Politics|Biden says employers should help workers get vaccines and pay more to help bring people back to work.
‘Moving in the Right Direction,’ Biden Says of Economic Growth
On Monday, President Biden gave an update on the economic outlook for the country after a disappointing monthly jobs report on Friday. The president maintained in his speech that economic growth was continuing, despite pandemic losses.
As we learned Friday, the economy created 266,000 jobs in April. In fact, altogether, since the time we took office, we’ve created more than 1.5 million jobs in the country. It’s the most jobs created in the first 100 days of any president on record. We’re moving in the right direction. So let’s be clear: Our economic plan is working. I never said, and no serious analyst ever suggested, that climbing out of the deep, deep hole our economy was in would be simple, easy, immediate or perfectly studied. Remember, 22 million Americans lost their jobs in this pandemic. So some months will exceed expectations, others will fall short. The question is: What is the trend line? Are we headed in the right direction? Are we taking the right steps to keep it going? And the answer clearly is yes.
President Biden on Monday said his administration was taking steps that would make it easier for employers to hire new workers and to help more people take jobs, following several days of criticism from Republicans over a disappointing employment report released on Friday.
In remarks at the White House, Mr. Biden sought to shift the focus from a federally enhanced unemployment benefit — which critics say has fueled a labor shortage that is holding back the job market — and onto American corporations. He said companies need to help workers get vaccinated and to pay them more, after receiving $1.4 trillion in Covid-19 relief from the federal government over the past year.
Mr. Biden also said his administration would make clear that any worker who turns down a suitable job offer, with rare exceptions for health fears related to the virus, would lose access to unemployment benefits. To ensure those rules are being followed, the Labor Department will work with states to reinstate work search requirements. Those rules, which require that anyone collecting unemployment benefits provide proof that they are actively searching for work, were suspended during the pandemic.
Twenty-nine states have already reinstated them and the Labor Department, according to a statement released by the White House, will “work with the remaining states, as health and safety conditions allow, to put in place appropriate work search requirements as the economy continues to rebound, vaccinations increase, and the pandemic is brought under control.”
But the president again rejected calls by Republicans to end the $300 weekly bonus for the unemployed, saying economic data suggest school closures, child care constraints and incomplete vaccine coverage are playing a larger role in constraining hiring.
“We’ll insist that the law is followed with respect to benefits, but we’re not going to turn our backs on our fellow Americans,” Mr. Biden said. “Twenty-two million people lost their jobs in this pandemic, through no fault of their own.” He added: “For many of those folks, unemployment benefits are a lifeline.”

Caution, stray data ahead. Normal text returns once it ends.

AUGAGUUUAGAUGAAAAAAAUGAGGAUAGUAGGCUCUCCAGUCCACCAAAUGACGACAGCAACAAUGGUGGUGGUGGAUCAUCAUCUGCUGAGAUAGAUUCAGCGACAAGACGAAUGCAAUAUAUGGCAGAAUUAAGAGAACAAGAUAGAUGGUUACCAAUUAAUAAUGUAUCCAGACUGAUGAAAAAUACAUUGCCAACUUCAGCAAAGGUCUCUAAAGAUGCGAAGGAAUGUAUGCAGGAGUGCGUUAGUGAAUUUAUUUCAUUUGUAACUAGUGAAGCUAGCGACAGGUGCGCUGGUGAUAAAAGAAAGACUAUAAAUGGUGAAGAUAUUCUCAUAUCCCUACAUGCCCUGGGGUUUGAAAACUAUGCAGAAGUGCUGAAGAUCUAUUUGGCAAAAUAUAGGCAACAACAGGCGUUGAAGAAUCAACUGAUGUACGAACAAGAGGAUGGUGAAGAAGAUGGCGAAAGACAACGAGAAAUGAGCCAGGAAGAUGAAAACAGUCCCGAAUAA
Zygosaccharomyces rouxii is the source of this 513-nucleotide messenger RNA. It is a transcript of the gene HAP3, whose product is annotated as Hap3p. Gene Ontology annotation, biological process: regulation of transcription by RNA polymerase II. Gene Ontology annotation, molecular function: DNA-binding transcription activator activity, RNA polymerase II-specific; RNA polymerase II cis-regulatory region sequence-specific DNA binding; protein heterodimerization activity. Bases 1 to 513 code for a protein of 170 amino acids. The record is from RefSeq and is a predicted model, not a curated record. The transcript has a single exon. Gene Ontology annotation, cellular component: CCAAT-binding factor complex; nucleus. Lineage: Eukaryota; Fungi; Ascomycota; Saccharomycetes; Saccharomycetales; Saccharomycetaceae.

Mr. Biden called on companies to “step up” by helping workers access vaccines and raising wages. “We also need to recognize that people will come back to work if they’re paid a decent wage,” he said.
The president also pointed to new guidance issued Monday by the Treasury Department that will help state, local and tribal governments access more than $350 billion in relief funds made available by the American Rescue Plan, which he signed into law in March. He said that money would help speed hiring and economic growth.
The details of how Treasury will disburse those funds, which can be spent on pandemic-related costs, have been eagerly awaited by the states, cities, territories and tribal governments that are expected to receive money. But several Republican-led states and the Biden administration are in a legal confrontation over whether states can cut taxes after taking relief money and using it to solidify their budgets.
A fact sheet accompanying the announcement about the distribution on Monday made clear that the relief money cannot be used to subsidize tax cuts directly or indirectly, which could discourage some states from accepting funds.
The Labor Department reported on Friday that the economy added 266,000 jobs in April, well below the 1 million jobs that most forecasters expected. Republicans quickly criticized Mr. Biden for the disappointment and blamed a provision in his rescue plan that extended a $300-per-week federal supplement for unemployed Americans. They say those benefits are depressing hiring by discouraging Americans from returning to work.
“It is a terrible jobs report, not what we were expecting at all,” Gov. Spencer Cox, Republican of Utah, said on CNN’s “State of the Union” on Sunday. “But that’s what happens when we pay people not to work.”
An aide to Senator Mitch McConnell, Republican of Kentucky and the minority leader, emailed reporters on Monday, accusing Mr. Biden of placing “handcuffs” on the recovery by extending the jobless benefits.
Mr. Biden rejected that critique on Monday, saying, “Let’s be clear: Our economic plan is working.” But he said recovery would not always prove to be easy or even.
“Some months will exceed expectations,” he added, “others will fall short.”